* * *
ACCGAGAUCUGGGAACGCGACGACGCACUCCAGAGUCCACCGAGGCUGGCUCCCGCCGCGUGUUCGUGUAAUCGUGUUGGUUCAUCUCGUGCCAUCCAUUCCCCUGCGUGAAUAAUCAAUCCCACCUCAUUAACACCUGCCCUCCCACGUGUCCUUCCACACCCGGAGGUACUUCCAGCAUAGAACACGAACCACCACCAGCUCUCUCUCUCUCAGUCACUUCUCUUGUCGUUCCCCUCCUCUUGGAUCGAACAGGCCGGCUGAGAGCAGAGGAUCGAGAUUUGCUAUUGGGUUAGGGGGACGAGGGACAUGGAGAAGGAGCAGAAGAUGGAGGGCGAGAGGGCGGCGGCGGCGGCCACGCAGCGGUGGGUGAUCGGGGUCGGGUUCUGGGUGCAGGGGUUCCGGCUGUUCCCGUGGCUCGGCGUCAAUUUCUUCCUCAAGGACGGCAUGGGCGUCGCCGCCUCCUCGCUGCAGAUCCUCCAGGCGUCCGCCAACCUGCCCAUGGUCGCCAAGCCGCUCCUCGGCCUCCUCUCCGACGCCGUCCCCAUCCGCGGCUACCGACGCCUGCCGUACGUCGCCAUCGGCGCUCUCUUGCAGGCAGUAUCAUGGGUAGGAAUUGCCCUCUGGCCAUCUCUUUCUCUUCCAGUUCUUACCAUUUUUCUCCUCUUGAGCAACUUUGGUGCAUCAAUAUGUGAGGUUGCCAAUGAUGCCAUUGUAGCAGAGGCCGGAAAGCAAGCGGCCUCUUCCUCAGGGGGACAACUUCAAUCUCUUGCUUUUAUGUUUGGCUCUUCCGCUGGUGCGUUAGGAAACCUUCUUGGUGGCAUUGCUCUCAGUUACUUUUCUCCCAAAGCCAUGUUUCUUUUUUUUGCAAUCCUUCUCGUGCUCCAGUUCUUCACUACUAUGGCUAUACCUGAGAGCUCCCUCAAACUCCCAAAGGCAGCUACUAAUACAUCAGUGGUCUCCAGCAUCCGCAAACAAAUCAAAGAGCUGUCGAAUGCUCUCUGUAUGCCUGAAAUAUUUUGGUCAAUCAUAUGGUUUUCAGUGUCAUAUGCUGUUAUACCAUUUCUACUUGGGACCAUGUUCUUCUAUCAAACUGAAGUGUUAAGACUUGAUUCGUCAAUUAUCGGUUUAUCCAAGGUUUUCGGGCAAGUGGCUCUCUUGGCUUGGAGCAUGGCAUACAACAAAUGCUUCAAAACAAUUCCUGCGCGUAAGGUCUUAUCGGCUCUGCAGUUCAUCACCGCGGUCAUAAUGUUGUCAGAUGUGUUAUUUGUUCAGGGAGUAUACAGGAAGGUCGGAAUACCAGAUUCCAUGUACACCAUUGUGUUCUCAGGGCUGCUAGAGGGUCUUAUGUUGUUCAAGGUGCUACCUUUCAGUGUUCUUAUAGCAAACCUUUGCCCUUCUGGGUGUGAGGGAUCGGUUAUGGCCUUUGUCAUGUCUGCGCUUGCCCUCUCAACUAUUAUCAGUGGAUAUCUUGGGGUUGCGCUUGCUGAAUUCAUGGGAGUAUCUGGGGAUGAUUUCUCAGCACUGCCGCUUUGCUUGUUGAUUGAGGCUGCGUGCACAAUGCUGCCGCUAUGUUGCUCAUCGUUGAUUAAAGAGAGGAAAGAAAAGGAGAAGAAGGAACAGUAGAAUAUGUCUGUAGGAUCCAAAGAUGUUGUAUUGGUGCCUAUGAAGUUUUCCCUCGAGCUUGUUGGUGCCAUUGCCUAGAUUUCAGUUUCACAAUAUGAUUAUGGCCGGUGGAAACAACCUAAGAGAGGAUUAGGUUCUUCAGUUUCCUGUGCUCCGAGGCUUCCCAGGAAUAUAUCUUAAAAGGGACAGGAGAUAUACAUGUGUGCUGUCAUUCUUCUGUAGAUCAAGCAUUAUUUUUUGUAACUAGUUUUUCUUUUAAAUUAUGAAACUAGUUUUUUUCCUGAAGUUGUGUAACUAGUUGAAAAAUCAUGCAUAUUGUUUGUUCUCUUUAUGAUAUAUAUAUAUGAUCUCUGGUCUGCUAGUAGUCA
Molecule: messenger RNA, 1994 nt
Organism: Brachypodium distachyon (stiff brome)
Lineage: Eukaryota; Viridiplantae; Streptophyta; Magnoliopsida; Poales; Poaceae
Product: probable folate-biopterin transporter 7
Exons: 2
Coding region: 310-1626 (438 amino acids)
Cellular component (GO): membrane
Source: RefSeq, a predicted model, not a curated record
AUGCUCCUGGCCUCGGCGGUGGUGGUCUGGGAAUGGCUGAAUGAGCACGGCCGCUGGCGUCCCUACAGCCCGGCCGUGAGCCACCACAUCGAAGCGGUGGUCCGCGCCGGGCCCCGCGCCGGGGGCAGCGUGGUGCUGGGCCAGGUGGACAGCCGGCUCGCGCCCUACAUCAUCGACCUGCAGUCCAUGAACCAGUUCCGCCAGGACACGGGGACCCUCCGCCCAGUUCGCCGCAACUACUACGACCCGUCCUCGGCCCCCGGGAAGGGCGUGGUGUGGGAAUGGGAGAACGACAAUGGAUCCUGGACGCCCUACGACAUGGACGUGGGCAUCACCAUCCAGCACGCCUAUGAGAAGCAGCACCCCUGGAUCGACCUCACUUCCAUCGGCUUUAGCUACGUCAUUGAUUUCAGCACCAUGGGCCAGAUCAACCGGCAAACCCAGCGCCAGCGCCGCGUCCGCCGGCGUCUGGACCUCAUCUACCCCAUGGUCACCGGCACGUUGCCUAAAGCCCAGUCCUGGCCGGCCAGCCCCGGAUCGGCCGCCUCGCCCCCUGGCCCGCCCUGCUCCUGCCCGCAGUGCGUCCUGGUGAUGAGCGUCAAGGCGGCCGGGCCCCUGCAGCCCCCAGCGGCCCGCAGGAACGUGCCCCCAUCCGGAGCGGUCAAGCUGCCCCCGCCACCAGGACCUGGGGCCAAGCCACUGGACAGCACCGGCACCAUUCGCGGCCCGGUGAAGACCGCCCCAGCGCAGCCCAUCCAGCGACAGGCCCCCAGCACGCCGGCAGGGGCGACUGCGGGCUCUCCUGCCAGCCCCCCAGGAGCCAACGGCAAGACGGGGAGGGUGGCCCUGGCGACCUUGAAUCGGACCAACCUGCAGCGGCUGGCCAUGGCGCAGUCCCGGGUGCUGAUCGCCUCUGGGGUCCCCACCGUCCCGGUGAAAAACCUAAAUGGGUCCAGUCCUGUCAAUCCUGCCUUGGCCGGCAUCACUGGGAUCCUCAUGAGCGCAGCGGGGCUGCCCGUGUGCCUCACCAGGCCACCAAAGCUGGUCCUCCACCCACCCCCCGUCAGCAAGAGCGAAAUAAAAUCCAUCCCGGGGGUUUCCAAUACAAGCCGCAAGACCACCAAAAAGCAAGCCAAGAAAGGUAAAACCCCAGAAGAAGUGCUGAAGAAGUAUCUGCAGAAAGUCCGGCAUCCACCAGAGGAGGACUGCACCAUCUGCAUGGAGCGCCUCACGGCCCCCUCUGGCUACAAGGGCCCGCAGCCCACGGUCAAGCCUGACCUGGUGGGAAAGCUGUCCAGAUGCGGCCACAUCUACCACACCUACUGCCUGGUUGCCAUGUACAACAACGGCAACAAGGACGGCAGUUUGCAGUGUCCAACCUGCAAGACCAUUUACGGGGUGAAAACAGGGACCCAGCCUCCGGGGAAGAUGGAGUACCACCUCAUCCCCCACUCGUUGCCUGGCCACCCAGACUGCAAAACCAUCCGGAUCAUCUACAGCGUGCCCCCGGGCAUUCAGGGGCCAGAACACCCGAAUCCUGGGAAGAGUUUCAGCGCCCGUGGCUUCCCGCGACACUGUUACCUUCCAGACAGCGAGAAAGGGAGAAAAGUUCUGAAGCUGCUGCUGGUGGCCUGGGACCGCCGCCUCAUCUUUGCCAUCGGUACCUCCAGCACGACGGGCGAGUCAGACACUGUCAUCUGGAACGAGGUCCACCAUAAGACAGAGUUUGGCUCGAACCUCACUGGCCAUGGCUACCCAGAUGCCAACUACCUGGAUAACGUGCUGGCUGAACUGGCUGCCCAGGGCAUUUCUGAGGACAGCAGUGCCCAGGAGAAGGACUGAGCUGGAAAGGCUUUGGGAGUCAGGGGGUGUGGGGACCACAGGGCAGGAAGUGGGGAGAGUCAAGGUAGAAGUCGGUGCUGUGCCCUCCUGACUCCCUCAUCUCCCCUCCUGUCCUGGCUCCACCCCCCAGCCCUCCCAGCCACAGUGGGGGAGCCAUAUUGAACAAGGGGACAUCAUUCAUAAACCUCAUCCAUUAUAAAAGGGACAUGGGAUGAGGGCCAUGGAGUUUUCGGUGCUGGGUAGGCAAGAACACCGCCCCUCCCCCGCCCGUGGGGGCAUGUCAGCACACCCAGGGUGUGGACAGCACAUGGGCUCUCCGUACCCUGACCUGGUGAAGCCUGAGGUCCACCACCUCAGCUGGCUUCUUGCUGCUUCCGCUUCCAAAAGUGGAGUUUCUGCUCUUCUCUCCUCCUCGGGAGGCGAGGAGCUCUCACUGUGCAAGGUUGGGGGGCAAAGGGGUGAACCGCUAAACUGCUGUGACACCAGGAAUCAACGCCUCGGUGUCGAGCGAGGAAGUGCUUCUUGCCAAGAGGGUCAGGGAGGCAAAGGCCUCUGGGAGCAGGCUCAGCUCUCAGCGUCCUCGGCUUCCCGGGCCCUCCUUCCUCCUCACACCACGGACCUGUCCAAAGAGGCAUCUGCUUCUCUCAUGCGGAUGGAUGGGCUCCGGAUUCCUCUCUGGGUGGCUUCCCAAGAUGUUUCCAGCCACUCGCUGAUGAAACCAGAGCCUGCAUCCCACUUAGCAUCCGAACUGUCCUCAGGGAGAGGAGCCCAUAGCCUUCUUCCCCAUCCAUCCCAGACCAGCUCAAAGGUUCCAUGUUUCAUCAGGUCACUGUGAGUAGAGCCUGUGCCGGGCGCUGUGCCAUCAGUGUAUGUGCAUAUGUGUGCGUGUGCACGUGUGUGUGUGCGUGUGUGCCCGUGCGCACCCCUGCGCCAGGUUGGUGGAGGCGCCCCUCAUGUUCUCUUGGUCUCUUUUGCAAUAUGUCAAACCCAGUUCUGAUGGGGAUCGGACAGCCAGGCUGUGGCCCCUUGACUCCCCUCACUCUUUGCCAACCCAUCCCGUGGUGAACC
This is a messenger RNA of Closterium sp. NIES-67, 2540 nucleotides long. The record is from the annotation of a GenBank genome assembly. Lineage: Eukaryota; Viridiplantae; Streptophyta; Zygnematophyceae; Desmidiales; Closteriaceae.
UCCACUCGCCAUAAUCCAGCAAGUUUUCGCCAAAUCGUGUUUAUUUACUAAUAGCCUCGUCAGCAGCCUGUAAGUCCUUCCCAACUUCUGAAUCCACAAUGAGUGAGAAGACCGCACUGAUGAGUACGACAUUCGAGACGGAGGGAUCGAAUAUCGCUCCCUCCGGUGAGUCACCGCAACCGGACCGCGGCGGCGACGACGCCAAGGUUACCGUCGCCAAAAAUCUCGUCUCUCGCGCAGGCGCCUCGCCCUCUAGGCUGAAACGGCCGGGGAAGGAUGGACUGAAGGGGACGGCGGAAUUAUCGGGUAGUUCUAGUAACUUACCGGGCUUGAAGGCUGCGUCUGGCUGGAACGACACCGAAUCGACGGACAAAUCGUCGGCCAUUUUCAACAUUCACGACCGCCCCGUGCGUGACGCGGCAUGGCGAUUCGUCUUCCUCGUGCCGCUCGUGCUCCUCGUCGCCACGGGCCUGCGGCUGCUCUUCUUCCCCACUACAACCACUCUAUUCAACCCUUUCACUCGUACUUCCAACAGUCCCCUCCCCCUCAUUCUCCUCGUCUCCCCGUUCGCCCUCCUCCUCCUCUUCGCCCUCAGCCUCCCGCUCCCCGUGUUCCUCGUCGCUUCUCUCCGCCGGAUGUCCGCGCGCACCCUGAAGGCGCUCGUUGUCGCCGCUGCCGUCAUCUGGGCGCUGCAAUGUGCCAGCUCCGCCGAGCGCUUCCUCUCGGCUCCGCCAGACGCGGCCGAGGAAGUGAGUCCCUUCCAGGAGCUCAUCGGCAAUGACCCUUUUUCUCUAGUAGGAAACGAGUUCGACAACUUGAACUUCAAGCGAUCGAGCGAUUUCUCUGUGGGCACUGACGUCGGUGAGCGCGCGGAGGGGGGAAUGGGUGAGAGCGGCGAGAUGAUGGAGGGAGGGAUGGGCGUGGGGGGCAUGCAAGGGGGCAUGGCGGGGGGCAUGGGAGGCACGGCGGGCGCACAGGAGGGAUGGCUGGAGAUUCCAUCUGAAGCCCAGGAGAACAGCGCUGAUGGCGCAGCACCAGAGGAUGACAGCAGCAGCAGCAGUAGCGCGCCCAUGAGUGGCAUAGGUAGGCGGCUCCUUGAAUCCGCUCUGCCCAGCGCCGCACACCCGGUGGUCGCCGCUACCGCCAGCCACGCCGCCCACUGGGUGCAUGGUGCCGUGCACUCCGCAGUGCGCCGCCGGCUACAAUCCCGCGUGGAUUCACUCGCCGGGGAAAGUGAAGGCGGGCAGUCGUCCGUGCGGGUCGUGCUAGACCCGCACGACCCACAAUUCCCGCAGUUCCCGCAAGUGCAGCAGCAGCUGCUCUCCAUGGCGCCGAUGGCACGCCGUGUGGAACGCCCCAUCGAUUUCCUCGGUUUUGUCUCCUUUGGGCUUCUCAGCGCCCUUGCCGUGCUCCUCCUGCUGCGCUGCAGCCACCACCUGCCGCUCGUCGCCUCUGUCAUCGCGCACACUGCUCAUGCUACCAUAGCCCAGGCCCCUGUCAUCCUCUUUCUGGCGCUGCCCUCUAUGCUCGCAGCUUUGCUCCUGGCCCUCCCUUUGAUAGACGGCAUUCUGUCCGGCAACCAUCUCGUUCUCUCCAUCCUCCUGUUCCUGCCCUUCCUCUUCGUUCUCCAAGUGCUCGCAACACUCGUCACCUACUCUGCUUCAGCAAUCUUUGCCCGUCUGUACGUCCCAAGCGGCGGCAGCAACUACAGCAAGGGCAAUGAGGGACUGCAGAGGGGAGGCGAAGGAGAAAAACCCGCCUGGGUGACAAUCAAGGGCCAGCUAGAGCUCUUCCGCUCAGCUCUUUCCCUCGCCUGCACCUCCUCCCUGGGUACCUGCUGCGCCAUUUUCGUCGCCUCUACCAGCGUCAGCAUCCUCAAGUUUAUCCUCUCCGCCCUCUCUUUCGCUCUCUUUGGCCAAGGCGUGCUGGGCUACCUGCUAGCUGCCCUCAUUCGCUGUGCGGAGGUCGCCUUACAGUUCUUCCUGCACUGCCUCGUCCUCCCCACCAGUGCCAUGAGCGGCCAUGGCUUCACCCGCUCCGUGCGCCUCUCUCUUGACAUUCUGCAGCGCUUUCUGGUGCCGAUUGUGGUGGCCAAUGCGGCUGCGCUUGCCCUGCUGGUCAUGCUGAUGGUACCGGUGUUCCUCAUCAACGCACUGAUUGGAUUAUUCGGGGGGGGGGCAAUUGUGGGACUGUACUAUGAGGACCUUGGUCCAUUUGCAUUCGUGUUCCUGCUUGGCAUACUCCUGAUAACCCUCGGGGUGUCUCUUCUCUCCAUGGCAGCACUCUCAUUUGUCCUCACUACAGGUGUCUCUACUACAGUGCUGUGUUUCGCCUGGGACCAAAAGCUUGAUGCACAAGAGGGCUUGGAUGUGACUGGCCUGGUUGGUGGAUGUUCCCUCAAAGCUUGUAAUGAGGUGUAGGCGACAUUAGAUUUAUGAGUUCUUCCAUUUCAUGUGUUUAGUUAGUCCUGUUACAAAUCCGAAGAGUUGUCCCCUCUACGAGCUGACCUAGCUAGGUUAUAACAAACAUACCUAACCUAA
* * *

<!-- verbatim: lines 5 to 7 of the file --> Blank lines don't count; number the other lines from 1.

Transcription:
Product: probable folate-biopterin transporter 7
Exons: 2
Coding region: 310-1626 (438 amino acids)